April 25, 2023
Tips for composting at home and Earth Day Launch of Beth Emet Zero Waste Initiative
Our monthly blog, edited by Dayenu (climate action and environmental justice) Circle members Chris Wynn and Sharon Smaller, will give you ideas, information, resources, and things you can do to make this world a better place environmentally, tikkun olam. As a community, we can learn from each other, so we welcome your ideas and questions. Please share with us your successes in your endeavors to “go green.”
Composting? No way.
Why would I want to compost? It’s too complicated, you need to follow a recipe, and it takes way too much time. And besides it’s messy, stinky, and attracts rodents. Right?
The only recipe you need is a little bit of knowledge, a little bit of motivation, and this blog post, and you can be composting in no time. But true, it’s definitely more steps than just tossing our food scraps into the garbage.
So why bother?
When food is put into landfills, it creates methane (a greenhouse gas that contributes to climate change). But when we compost our food, we reduce the amount of methane produced, thus lessening its impact on the climate.
Why does this matter from a Jewish perspective? The Jewish value of Bal Tashcit, which commands us not to destroy or waste, is a primary tenet of the Jewish environmental movement. In addition to Bal Tashcit, we also have a responsibility to practice Tikkun Olam. Working to reduce our waste is our Jewish responsibility. In addition to being a Jewish responsibility, Beth Emet as an Evanston congregation has a responsibility to support the city’s CARP (Climate Action and Resiliency Plan) and its goal to increase waste diversion 50% by 2025 (and to zero waste by 2050).
All of these reasons have led to the Dayenu Circle helping to launch Beth Emet’s Zero Waste Initiative (composting and reducing single-use plastic) on Earth Day, which took place last weekend. We have begun rolling out this initiative with Friday night Kiddush. We are now using glass kiddush cups that can be easily washed and reused, rather than single-use plastic cups. Then in mid-may, we will begin introducing composting in the soup kitchen and using either compostable tableware or washable items whenever possible. Over the spring and fall, we will gradually bring the Zero-Waste Initiative into other parts of Beth Emet.
Changing our behavior doesn’t mean making things more difficult, just different. Many of Beth Emet’s peers and other Evanston organizations have composting programs, including JRC, the Unitarian Church of Evanston, and St. Matthew’s Episcopal Church. In addition, Evanston/Skokie District 65, and ETHS (in a limited capacity) compost as well, so many Beit Sefer students are already familiar with it. Here is a short video about St. Matthew’s Episcopal Church composting program, which the Evanston congregation started seven years ago.
Now, what if you want to try composting at home to reduce your waste and impact on the environment? What are the different ways to go about it?
All options require a collection vessel in your kitchen. The most common is a stainless steel container with a lid that can be placed under a sink or on a countertop.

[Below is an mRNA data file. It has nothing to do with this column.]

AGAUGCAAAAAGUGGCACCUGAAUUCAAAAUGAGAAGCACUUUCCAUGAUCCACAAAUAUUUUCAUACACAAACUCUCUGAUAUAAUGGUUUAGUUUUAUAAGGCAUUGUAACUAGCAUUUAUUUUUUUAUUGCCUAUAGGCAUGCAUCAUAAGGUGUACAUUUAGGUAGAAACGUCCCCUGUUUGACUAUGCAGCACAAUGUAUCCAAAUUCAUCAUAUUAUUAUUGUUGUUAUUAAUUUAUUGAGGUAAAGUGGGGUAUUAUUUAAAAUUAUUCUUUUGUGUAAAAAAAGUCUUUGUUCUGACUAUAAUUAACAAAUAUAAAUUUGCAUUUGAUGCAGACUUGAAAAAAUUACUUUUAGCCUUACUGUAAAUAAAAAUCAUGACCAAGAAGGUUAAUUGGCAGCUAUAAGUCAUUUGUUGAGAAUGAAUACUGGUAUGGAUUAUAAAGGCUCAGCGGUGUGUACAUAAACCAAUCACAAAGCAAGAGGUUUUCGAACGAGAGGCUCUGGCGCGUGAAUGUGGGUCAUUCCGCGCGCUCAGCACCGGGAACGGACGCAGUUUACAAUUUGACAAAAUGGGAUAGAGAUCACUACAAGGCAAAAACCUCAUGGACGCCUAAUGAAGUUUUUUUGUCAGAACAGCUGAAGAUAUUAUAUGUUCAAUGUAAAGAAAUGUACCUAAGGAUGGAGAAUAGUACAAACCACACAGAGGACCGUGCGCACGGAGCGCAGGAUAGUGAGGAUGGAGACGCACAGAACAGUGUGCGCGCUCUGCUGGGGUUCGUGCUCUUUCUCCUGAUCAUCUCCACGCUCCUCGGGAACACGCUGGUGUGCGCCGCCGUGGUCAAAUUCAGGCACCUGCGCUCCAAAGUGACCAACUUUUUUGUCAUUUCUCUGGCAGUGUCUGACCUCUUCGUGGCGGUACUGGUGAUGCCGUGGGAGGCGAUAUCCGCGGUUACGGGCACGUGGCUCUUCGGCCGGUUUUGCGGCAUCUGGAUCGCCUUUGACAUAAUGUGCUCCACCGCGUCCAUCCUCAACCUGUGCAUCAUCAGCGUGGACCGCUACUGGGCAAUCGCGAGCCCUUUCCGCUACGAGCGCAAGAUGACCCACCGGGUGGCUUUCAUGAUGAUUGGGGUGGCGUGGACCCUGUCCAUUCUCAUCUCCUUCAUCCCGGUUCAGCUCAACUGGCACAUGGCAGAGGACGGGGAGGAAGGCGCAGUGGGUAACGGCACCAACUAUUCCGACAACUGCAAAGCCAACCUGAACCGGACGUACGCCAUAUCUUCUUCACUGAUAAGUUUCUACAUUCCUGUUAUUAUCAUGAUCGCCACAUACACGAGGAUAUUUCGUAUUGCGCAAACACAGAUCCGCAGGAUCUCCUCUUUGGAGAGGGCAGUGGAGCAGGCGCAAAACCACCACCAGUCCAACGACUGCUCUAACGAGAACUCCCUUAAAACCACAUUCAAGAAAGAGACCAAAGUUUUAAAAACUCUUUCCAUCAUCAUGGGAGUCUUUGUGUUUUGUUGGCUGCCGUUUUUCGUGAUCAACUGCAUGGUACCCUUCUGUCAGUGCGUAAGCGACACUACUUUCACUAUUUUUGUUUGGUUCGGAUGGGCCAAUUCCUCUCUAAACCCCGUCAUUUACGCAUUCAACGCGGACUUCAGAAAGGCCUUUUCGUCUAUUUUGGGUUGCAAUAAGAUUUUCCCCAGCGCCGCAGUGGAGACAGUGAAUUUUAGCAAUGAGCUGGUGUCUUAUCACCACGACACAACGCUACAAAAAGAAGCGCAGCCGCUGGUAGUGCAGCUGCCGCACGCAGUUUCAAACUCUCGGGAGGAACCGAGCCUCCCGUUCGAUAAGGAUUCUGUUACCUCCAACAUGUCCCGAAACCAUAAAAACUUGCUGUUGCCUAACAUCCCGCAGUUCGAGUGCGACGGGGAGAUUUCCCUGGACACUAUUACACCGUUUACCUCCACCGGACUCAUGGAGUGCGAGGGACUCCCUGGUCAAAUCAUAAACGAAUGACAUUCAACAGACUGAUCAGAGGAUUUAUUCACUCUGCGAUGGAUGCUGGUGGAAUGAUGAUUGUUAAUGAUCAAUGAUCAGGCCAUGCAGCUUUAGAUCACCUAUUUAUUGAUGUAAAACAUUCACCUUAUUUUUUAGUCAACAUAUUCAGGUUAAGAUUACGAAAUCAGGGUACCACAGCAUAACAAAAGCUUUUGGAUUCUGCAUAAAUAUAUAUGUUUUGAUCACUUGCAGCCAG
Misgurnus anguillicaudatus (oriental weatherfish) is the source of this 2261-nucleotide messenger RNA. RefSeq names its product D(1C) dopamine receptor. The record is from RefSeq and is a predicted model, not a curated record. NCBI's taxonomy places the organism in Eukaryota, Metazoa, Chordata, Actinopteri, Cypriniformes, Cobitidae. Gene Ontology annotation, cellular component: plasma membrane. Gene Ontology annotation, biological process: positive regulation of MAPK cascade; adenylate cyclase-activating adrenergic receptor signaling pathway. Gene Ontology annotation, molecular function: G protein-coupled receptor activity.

With option 3, you can only compost plant-based material in a compost bin on your property. Options 1 and 2 above allow you to compost a larger variety of food scraps (anything that was alive) and other compostable matter. This is because the food scraps are taken to an industrial composter which has a pre-processing phase that allows those additional items to break down with other easily compostable items.
Let’s hear from some members of Beth Emet about their experiences with composting.
“Composting was much easier than I expected. Transferring food to a small bin in my kitchen and then periodically to a bucket on my back deck was no different than taking out the trash, which I didn’t have to do as often due to the reduced food waste. I was able to downsize the trash can in my alley, creating savings that offset the nominal cost of composting.”
– Jeff Mann (uses Collective Resource)
“We’ve participated in Wilmette’s composting program for three years. Here’s how it works: we put all our food scraps, flowers that are past their prime, paper towels, and more into a container on our kitchen counter. When that container gets filled, we empty it into a special bin in our alley. And when that gets filled- every month or two- we put a sticker on it, and it is picked up and transported to a composting facility. It could not be easier, and it is truly gratifying to see the reduction in trash, and how rarely we run the garbage disposal. It’s even caused us to move to ‘pour over’ coffee instead of pods, because the coffee filter and grounds can be composted.”
– Karen and Mike Isaacson
And here’s my own experience with composting: “I have been composting for years. I have a bucket under my sink which collects fruit and vegetable scraps, egg shells, coffee and paper tea bags, and plant-based matter. When it’s full, I empty it in my outside compost bin which is in my alley. I add dried leaves and mix it all in. This year, I used the finished compost to give nutrients to my garden.”
– Chris Wynn
If you are still on the fence about composting, as an added bonus, Collective Resource gives 10 free gallons of finished compost each year to their customers who helped to make it. And of course, if you make your own compost, you can apply it to your landscape whenever it is ready.
No matter how you obtain your nutrient- rich finished compost, your garden will thank you for it.